If it stays dry, it will not break down at any season, and it will probably not stink.

You can probably let it pile up all winter, and just add a bit more litter on occasion. Then clean it out into your compost pile and add water so it can start decomposing, or clean it out into the chicken run and leave it for them to scratch around.
 
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Happy hen lover

Crowing
Jan 14, 2021
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Hi! Just wondering how you clean your coop and how often.

Me
Once a week under roost bar.


do you have poop boards and how often do you replace? Do you empty out the whole thing or just clean off the top?

Me
I have a short sided box 3" tall by 12" x46" . Which just keeps it in place. I line with leftover feed bags, etc. cut to size . I then either pick up bags and toss poop coated bags or sprinkle shavings on bags with wood ash underneath . I clean once a week. ( I have to scrape poop off of roost rarely now that they're 1 year old. )


I am cleaning out the whole thing each week, but I am wondering if there’s an easier way.

Me
When they were little I used cat litter scoop to get bigger chunks out of litter that ran from 4- 10" deep. No smell to speak of . My coop is deep bedding method not deep litter. I clean it all once a year . I love this method as I can make deeper in winter to add insulation to coop. I either compost poop , garden, or toss. If bedding is dirty I just toss in " poop box" and remove then. It got down to 23 below temp with wind chill 50 below last winter and my coop is raised. Hope this helps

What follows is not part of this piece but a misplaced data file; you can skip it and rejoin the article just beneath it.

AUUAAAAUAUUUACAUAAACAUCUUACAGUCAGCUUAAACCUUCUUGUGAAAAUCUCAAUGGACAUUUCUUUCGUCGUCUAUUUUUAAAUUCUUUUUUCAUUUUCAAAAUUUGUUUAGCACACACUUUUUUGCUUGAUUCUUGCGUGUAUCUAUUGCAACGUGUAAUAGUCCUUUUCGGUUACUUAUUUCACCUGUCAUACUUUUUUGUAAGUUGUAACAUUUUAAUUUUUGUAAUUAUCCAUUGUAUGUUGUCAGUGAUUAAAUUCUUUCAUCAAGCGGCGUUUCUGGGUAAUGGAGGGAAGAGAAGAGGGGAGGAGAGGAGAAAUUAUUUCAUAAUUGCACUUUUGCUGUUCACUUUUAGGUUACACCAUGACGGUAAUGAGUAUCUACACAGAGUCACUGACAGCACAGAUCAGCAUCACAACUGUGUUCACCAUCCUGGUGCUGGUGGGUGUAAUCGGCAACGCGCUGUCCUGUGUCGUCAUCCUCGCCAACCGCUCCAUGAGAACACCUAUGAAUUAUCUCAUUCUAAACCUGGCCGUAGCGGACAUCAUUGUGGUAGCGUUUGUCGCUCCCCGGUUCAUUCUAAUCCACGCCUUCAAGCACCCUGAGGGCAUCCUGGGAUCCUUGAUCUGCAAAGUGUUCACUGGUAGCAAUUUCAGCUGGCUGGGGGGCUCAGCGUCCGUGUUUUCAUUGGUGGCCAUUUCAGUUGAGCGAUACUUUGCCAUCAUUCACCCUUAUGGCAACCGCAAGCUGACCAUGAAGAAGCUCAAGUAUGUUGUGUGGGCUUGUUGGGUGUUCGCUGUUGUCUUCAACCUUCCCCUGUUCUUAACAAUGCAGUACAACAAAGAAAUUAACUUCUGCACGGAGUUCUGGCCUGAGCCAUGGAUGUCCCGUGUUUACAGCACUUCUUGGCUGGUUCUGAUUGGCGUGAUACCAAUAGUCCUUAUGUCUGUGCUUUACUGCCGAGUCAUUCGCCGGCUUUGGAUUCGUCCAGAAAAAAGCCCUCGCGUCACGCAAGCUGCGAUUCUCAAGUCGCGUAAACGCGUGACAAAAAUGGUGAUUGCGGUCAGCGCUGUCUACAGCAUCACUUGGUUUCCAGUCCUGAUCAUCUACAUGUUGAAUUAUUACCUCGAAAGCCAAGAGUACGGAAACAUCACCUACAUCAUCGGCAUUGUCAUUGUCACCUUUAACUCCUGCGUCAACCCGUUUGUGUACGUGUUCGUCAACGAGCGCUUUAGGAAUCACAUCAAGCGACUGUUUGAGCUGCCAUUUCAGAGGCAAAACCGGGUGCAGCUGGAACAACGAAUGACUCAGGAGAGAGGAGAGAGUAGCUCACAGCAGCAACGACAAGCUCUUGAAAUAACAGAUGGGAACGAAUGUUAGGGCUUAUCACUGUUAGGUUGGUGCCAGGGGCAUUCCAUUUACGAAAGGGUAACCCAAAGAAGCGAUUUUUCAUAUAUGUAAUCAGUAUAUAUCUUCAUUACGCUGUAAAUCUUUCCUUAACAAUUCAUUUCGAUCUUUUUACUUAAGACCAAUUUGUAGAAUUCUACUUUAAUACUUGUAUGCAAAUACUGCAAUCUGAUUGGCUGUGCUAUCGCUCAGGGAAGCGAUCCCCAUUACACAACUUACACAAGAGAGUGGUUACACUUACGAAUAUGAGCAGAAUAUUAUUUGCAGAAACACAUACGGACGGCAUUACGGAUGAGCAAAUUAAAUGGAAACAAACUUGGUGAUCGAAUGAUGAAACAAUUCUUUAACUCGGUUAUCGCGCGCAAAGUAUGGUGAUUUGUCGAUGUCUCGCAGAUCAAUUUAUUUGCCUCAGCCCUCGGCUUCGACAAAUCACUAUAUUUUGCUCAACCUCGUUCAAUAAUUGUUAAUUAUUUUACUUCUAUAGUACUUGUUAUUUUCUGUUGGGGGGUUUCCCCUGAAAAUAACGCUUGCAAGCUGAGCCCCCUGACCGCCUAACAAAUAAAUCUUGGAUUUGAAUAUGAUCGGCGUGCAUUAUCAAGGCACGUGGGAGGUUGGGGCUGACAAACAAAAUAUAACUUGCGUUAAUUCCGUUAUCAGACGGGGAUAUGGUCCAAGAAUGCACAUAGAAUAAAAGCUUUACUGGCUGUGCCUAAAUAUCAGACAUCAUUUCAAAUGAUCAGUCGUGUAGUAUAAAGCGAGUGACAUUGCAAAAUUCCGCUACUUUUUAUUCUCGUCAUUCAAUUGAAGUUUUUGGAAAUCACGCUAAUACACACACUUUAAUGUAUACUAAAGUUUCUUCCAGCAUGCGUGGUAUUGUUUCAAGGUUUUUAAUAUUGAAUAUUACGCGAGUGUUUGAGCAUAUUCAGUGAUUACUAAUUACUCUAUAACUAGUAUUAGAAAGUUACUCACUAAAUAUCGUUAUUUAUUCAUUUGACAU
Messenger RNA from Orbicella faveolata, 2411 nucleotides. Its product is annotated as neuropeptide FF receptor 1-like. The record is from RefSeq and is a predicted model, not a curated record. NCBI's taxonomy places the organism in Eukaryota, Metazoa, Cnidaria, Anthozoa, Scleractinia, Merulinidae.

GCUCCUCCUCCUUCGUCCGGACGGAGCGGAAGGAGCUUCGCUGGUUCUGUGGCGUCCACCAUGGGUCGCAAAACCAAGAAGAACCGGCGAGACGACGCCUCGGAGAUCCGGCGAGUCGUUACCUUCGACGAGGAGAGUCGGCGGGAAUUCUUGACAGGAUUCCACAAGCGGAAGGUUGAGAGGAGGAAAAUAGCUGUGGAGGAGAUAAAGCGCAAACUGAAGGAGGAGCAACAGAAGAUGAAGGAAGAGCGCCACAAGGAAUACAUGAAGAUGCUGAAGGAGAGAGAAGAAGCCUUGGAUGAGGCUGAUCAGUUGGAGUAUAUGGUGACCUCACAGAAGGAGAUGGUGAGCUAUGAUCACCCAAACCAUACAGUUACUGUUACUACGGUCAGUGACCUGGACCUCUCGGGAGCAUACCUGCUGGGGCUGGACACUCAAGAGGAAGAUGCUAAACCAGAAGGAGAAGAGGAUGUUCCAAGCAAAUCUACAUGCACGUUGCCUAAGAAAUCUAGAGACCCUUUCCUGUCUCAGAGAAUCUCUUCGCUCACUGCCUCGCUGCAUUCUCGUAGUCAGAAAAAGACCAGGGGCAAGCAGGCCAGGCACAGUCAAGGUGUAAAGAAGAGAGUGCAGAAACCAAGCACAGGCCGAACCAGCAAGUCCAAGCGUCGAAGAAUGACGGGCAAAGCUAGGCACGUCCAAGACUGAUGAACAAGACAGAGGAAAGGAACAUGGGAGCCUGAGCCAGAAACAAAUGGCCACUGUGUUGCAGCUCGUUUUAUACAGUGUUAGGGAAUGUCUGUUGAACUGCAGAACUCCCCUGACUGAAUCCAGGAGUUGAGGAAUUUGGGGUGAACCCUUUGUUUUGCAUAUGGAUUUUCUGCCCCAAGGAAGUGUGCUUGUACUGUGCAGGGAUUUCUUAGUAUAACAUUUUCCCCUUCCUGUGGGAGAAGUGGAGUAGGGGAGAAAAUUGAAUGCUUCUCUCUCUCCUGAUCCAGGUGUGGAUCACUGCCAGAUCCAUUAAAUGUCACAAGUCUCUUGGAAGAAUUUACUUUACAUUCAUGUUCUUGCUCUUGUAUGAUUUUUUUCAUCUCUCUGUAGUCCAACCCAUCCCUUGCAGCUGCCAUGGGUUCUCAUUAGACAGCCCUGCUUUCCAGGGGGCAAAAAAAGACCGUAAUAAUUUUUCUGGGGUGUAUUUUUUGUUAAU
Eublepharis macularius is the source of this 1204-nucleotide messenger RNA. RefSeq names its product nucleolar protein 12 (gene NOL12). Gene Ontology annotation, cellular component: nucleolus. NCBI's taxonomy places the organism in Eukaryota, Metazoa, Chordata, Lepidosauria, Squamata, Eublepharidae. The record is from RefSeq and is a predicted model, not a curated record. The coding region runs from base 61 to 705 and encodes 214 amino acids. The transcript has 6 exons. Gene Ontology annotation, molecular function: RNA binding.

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aart

Chicken Juggler!
Premium Feather Member
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Nov 27, 2012
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My Coop
My Coop
What kind of bedding you use may depend on how you manage the manure.
This is about cleaning, but covers my big picture

-I use poop boards under roosts with thin(<1/2") layer of sand/PDZ mix, sifted daily(takes 5-10mins) into bucket going to friends compost.
-Scrape big or wet poops off roost and ramps as needed.
-Pine shavings on coop floor, add some occasionally, totally changed out once or twice a year, old shavings added to run.
- My runs have semi-deep litter(cold composting), never clean anything out, just add smaller dry materials on occasion, add larger wood chippings as needed.
Aged ramial wood chippings are best IMO.
-Nests are bedded with straw, add some occasionally, change out if needed(broken egg).

There is no odor, unless a fresh cecal has been dropped and when I open the bucket to add more poop.
That's how I keep it 'clean', have not found any reason to clean 'deeper' in 8 years.
 
6

629522

Guest
I'm following because things have become less manageable as we add more birds. We have wood floors (storage building) and we put down cheap industrial carpet and then pine shavings. I just made poop hammocks on dowels using drop cloths and they are working but I underestimated volume so I need to adjust my methods. We clean out and replace once or twice a year, usually Spring and Fall. Recently ammonia was high so we put in a mixture of baking soda and flour. Helped immensely.